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Plaintiffs also contend that the ordinance in question is not a valid regulation of parking, as permitted by N.J.S.A. 39:4-197, but instead is a prohibition of all parking. It is urged that this is a valid distinction. The court feels to the contrary. N.J.S.A. 39:4-136 prohibits parking when there is less than 15 feet of clear passage from the side of a parked vehicle. To allow parking on Leary Lane would violate this statute.
Plaintiffs further allege that the ordinance is invalid because it is unreasonable and places an undue burden on their property. It is not unreasonable because, as previously mentioned, the state statute prohibits parking where there is less than a clearance of 15 feet. Here, unquestionably, there is considerably less than this distance if parking is permitted on either side of the street. Moreover, this is not the only street in Edgewater where parking is prohibited on both sides of the street. On March 16, 1954 a parking ordinance was passed which prohibited parking on both sides of 13 streets.
Plaintiff's argument that the ordinance places an undue burden on their property is more persuasive. A driveway could be constructed on their property. However, although there is a wide range in the testimony regarding cost of installation, the court finds that it would be substantial. Moreover, there would be a severe grade because of the difference in elevation between the property and the street. Aesthetically a driveway would be extremely detrimental.
Plaintiffs argue that there are alternative methods of solving the problem which would cause less hardship to them. For example, one proposal is to condemn certain property and widen the street in an area opposite plaintiffs' property. However, the court cannot and will not substitute its discretion for that of municipal authorities on the choice of alternatives. Bruno v. Long Branch, 35 N.J. Super. 304 (App. Div. 1955); Travis v. Borough of Highlands,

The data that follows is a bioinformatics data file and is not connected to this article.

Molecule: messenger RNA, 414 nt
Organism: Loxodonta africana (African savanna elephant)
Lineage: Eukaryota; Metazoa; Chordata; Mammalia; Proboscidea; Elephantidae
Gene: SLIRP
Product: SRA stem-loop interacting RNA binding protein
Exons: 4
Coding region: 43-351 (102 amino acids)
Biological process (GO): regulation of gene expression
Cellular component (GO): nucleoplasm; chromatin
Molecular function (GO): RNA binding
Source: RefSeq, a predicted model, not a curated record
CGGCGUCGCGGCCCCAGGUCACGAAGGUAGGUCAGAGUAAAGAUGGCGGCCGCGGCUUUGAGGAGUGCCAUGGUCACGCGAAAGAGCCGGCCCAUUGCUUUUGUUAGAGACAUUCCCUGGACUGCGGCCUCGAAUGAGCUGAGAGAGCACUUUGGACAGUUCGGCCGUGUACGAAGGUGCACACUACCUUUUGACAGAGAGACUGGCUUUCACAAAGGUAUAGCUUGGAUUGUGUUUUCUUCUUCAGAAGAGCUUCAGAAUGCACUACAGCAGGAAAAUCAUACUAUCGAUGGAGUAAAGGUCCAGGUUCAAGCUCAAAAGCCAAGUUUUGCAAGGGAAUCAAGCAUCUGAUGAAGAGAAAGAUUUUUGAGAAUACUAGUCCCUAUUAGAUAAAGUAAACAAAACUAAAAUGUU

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136 N.J.L. 199 (Sup. Ct. 1947) and Peoples Rapid Transit v. Atlantic City, 105 N.J.L. 286 (Sup. Ct. 1928).
Plaintiffs place great stress on the case of Giant Tiger Corp. v. Trenton Board of Commr's, 11 N.J. Misc. 836 (Sup. Ct. 1933). In that case a commercial tenant brought an action against Trenton for adopting an ordinance that banned all parking on the street leading to his business. The court found that ordinance unreasonable, as there appeared to be no justification for this parking ban. The court said (at 809): "The burden is upon the prosecutors to show that an ordinance was unreasonable, and we think that they have carried that burden." See also, Pivnick v. Newark, 14 N.J. Super. 134 (Law Div. 1951). This court agrees with that statement, but feels that in this case plaintiffs have not sustained the burden of proof necessary to void the questioned ordinance. Edgewater was faced with a serious problem, viz., parking of vehicles on a street that is too narrow. The residents on Leary Lane, including the Kirylaks while they lived there, have long been urging the Edgewater council to help with this problem. It is true that, as property owners, the Kirylaks have some interest in the use of the street in front of their home. However, this interest is clearly subordinate to the good of the general community. Morris v. Eisner, 96 N.J. Eq. 538 (Ch. 1924); Newark v. Local Government Board of N.J., 133 N.J.L. 513 (Sup. Ct. 1945). Cf. Haggenjos v. City of Chicago, 336 Ill. 573, 168 N.E. 661 (Sup. Ct. 1929), and Salomone v. City of Canton, 30 Ill. App. 2d 474, 175 N.E. 2d 663 (App. Ct. 1961). Moreover, the purchase price of this residence in 1962 had to reflect the neighborhood as well as the lack of parking facilities.
I find in favor of defendants. While I appreciate the predicament plaintiffs find themselves in, I do not believe they have proven unreasonableness to a degree that will overcome the presumption in favor of the validity of the ordinance. Rudderow v. Mt. Laurel Tp. Comm., 121 N.J. Super. 409 (App. Div. 1972); Gold v. Trenton, 121 N.J. Super. 137
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(App. Div. 1972); Hourun v. Union Tp. Comm., 99 N.J. Super. 58 (App. Div. 1968).
The problem is one that plagues many older communities in New Jersey which were developed long before the automobile and present-day planning concepts. There is no happy solution which does not cause severe inconvenience to property owners. Nevertheless, for the good of the community and in the interest of safety, the rights of the public as a whole must be paramount. Cf. DeLorenzo v. Hackensack, 9 N.J. 379 (1952).
Judgment for defendants in both actions.